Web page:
abstract = "Tucker, WJ, Angadi, SS, and Gaesser, GA. Excess postexercise oxygen consumption after high-intensity and sprint interval exercise, and continuous steady-state exercise. J Strength Cond Res 30(11): 3090-3097, 2016 - Higher excess postexercise oxygen consumption (EPOC) after high-intensity interval exercise (HIE) and sprint interval exercise (SIE) may contribute to greater fat loss sometimes reported after interval training compared with continuous steady-state exercise (SSE) training. We compared EPOC after HIE, SIE, and SSE. Ten recreationally active men (age 24 ± 4 years) participated in this randomized crossover study. On separate days, subjects completed a resting control trial and 3 exercise conditions on a cycle ergometer: HIE (four 4-minute intervals at 95{\%} peak heart rate (HR peak), separated by 3 minutes of active recovery), SIE (six 30-second Wingate sprints, separated by 4 minutes of active recovery), and SSE (30 minutes at 80{\%} of HR peak). Oxygen consumption (Vo 2) was measured continuously during and for 3 hours after exercise. For all conditions, Vo 2 was higher than resting control only during the first hour postexercise. Although 3-hour EPOC and total net exercise energy expenditure (EE) after exercise were higher (p 0.01) for SIE (22.0 ± 9.3 L; 110 ± 47 kcal) compared with SSE (12.8 ± 8.5 L; 64 ± 43 kcal), total (exercise + postexercise) net O 2 consumed and net EE were greater (p 0.03) for SSE (69.5 ± 18.4 L; 348 ± 92 kcal) than those for SIE (54.2 ± 12.0 L; 271 ± 60 kcal). Corresponding values for HIE were not significantly different from SSE or SIE. Excess postexercise oxygen consumption after SIE and HIE is unlikely to account for the greater fat loss per unit EE associated with SIE and HIE training reported in the literature.",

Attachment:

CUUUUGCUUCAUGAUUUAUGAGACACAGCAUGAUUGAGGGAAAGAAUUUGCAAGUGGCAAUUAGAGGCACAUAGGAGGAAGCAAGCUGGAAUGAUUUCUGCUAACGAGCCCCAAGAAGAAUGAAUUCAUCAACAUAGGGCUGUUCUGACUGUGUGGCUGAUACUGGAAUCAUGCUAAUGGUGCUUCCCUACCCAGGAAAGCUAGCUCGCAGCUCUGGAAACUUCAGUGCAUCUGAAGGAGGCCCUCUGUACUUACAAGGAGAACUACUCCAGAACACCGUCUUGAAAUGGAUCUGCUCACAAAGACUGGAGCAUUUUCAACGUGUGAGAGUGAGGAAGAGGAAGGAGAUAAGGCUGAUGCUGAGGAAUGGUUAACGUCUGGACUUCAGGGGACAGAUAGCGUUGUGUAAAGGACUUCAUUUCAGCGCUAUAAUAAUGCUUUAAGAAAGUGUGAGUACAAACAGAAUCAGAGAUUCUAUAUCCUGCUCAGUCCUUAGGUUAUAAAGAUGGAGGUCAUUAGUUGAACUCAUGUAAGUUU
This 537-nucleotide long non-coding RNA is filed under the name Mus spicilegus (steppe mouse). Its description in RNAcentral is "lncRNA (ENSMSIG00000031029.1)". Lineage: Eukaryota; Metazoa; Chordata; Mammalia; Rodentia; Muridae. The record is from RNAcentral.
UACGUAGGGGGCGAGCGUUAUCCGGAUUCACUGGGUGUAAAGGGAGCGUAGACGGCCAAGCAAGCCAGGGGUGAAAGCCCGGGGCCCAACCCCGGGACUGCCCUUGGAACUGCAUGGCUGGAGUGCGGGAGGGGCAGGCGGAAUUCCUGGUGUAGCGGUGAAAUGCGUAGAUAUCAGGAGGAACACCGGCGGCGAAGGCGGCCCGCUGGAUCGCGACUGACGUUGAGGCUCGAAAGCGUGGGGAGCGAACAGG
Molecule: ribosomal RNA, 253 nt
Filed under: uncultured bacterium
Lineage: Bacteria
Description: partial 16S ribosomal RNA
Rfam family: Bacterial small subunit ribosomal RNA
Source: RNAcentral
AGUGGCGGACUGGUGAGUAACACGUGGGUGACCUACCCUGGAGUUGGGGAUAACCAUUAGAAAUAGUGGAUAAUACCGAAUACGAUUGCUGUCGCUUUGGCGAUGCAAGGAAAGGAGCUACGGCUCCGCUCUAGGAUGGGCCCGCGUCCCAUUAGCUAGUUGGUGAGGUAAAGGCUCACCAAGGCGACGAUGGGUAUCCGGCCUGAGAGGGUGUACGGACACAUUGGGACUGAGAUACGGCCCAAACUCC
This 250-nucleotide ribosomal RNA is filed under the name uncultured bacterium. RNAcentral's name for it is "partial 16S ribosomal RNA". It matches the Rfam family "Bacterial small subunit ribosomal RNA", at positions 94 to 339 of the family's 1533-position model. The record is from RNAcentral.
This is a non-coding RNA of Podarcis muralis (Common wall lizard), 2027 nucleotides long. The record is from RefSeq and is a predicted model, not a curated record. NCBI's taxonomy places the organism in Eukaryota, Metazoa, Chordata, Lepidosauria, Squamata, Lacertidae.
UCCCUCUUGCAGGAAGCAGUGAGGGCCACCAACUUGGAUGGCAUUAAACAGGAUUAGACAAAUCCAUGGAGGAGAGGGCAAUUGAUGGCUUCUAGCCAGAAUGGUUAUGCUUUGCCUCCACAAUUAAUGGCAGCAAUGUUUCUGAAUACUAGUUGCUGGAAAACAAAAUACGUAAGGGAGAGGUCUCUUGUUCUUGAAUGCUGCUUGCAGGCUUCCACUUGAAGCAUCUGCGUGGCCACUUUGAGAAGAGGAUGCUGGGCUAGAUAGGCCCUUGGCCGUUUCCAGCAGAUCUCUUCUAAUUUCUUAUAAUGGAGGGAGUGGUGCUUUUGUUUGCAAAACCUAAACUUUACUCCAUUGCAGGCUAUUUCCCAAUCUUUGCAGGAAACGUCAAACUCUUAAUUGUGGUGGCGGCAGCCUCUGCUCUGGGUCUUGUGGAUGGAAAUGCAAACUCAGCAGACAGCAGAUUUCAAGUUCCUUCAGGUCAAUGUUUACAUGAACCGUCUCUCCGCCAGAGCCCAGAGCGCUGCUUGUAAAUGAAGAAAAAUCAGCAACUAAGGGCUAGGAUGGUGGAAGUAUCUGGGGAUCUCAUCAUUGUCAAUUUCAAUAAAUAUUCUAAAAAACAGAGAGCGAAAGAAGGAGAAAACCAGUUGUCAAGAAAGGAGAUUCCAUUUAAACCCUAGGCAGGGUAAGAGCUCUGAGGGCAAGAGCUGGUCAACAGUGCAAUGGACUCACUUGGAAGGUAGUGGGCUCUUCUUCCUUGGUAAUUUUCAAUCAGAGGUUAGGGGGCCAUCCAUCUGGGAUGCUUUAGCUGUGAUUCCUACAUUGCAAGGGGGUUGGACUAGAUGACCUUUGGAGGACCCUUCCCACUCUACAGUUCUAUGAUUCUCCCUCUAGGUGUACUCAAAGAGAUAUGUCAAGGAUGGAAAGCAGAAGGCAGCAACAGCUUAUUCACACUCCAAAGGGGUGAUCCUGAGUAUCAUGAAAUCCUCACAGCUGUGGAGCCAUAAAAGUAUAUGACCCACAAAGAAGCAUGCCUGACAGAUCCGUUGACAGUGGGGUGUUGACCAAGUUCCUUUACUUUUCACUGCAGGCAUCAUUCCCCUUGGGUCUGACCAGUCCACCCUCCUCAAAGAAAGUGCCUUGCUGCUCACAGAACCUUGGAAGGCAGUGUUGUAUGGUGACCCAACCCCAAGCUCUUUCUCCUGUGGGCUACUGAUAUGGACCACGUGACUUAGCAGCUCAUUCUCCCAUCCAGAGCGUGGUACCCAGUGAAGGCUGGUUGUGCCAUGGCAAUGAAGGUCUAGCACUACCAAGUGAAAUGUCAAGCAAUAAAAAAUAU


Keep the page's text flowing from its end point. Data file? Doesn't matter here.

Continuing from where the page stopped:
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AB - Tucker, WJ, Angadi, SS, and Gaesser, GA. Excess postexercise oxygen consumption after high-intensity and sprint interval exercise, and continuous steady-state exercise. J Strength Cond Res 30(11): 3090-3097, 2016 - Higher excess postexercise oxygen consumption (EPOC) after high-intensity interval exercise (HIE) and sprint interval exercise (SIE) may contribute to greater fat loss sometimes reported after interval training compared with continuous steady-state exercise (SSE) training. We compared EPOC after HIE, SIE, and SSE. Ten recreationally active men (age 24 ± 4 years) participated in this randomized crossover study. On separate days, subjects completed a resting control trial and 3 exercise conditions on a cycle ergometer: HIE (four 4-minute intervals at 95% peak heart rate (HR peak), separated by 3 minutes of active recovery), SIE (six 30-second Wingate sprints, separated by 4 minutes of active recovery), and SSE (30 minutes at 80% of HR peak). Oxygen consumption (Vo 2) was measured continuously during and for 3 hours after exercise. For all conditions, Vo 2 was higher than resting control only during the first hour postexercise. Although 3-hour EPOC and total net exercise energy expenditure (EE) after exercise were higher (p 0.01) for SIE (22.0 ± 9.3 L; 110 ± 47 kcal) compared with SSE (12.8 ± 8.5 L; 64 ± 43 kcal), total (exercise + postexercise) net O 2 consumed and net EE were greater (p 0.03) for SSE (69.5 ± 18.4 L; 348 ± 92 kcal) than those for SIE (54.2 ± 12.0 L; 271 ± 60 kcal). Corresponding values for HIE were not significantly different from SSE or SIE. Excess postexercise oxygen consumption after SIE and HIE is unlikely to account for the greater fat loss per unit EE associated with SIE and HIE training reported in the literature.